We all use loudspeakers to listen to music. But how many of us are familiar with its basic components? The subject covered in this article is important to both audio professionals and consumers as well. Hence, before you go out and buy those pair of speakers you’ve always wanted, better learn about the loudspeaker system design first!
There is quite a bit of material to cover, when it comes to explaining the various components of a loudspeaker. But you don’t have to worry too much, as I will only cover the basics that is necessary in giving you a good grasp of this subject. Find out how the various aspects of a loudspeaker’s design affects its overall quality. Ready to learn? Then let’s get on it!
Before you go hunting for a pair of loudspeakers that will fit your budget, you need to know that the transducer element of a speaker is not the only component that matters. Regardless of whether you are planning to use your speaker for professional applications, or just for casual listening, these are the various aspects that you should look out for:
- Horn loudspeakers
- Wiring connections
Every multi-driver loudspeaker will include this vital subsystem. The crossover is designed to separate the input audio signal into different frequency bands, before routing them to the relevant drivers. Every driver will only receive the signal that is within the frequency range that they are designed to handle, thus minimising distortion and interference between them.
A component made up of resistors, inductors, or non-polar capacitors, the passive crossover is essentially a carefully designed network of electronic parts. It is often placed between the power amplifier (that powers the drivers) and the speaker drivers themselves, to filter the amplifier’s signal into various frequency bands that are suitable for each individual driver.
Passive crossovers only require the audio signal itself, and no external power is needed. But it comes at a high cost, large components, and lack of circuitry adjustment options (due to limited options of high power level components etc.). The overall audio signal loss will also be high and the damping factor between the voice coil and the crossover will be reduced greatly.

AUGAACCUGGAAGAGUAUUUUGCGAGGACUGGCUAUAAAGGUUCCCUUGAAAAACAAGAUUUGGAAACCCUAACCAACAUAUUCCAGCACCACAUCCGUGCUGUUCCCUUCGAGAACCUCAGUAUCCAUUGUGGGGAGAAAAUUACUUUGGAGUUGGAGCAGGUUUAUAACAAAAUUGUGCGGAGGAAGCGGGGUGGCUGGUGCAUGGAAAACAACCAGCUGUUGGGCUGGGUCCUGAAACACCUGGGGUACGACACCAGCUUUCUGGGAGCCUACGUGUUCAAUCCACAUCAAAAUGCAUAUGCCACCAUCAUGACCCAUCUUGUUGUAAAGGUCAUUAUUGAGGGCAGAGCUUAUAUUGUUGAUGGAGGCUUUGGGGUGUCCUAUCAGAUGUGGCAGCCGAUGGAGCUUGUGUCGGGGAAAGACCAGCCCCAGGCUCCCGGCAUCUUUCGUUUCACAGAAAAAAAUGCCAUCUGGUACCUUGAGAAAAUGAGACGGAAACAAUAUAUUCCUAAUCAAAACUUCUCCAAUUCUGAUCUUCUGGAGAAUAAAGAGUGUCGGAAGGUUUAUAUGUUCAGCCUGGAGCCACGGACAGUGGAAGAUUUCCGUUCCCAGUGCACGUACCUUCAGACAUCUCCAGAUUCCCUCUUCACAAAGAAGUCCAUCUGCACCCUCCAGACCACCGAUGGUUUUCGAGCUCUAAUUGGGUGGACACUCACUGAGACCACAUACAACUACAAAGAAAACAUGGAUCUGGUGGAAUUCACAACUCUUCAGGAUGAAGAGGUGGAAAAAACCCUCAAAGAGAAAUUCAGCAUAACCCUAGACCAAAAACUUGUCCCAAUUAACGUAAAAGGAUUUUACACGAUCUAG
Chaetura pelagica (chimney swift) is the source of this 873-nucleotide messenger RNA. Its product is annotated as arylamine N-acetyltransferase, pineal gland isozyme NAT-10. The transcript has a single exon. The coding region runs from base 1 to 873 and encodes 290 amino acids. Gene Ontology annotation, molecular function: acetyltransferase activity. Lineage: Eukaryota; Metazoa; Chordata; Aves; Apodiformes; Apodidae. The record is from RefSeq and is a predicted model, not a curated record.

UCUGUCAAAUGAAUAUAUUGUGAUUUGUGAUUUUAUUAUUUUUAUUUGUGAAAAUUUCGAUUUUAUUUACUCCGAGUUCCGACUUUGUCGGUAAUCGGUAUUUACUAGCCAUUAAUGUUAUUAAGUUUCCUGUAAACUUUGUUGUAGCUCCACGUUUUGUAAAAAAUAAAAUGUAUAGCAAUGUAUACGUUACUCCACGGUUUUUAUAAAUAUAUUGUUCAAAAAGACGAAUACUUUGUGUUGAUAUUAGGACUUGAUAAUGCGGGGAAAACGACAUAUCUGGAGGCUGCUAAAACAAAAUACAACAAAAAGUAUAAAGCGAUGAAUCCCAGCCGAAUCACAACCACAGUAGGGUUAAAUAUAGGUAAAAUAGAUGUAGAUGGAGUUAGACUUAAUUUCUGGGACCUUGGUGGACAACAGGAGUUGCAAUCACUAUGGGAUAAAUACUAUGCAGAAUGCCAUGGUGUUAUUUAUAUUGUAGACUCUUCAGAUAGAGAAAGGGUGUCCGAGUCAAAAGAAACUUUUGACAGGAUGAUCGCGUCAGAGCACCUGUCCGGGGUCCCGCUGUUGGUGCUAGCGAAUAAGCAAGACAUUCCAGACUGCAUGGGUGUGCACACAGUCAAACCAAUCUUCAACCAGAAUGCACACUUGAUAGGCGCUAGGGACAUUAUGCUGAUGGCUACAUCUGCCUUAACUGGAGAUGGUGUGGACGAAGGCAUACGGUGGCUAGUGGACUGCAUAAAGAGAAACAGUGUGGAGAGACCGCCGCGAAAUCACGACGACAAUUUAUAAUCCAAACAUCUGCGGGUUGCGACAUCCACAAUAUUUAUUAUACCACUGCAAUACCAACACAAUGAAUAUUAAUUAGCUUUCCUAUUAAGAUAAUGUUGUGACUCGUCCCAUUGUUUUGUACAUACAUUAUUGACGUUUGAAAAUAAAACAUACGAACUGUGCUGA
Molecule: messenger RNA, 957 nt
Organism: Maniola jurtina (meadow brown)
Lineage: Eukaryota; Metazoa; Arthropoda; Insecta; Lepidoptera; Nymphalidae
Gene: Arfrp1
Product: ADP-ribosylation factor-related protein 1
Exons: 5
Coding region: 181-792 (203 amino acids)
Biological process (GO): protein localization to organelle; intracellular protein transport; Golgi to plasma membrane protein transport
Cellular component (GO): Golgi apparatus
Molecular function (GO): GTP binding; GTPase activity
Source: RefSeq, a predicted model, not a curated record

The vast majority of low-powered and home stereo systems use passive crossovers that are typically installed inside the speaker enclosure itself. Similar to the driver components that they feed, passive crossovers have power handling limits, insertion losses (said to be 10%), and change the load seen by the amplifier. These factors are often of high concern to audiophiles and engineers.
Unlike its passive counterpart, an active crossover (also an electronic circuit) filters the signal into separate frequency bands before it goes into the power amplifier, thus requiring at least one power amplifier for each bandpass. Its possible for passive filtering to be used in the same way (before amplification), but it is a rare method, due to the lack of flexibility.
The method of filtering before amplification is known as bi-amping, tri-amping, quad-amping, and so on, depending on the number of amplifiers used. There are speakers that use both passive and active crossovers, for example, passive filtering between the mid and high-frequency drivers and active filtering between the low-frequency driver and the combined mid and high frequencies.
A simple active crossover circuit emulates a passive network’s response, but more complex circuits allow for a more elaborate audio attenuation. Some high-end active crossovers such as digital loudspeaker management systems, may have parameters for phase and time alignment between frequency bands, equalization, and dynamics (compression and limiting) control.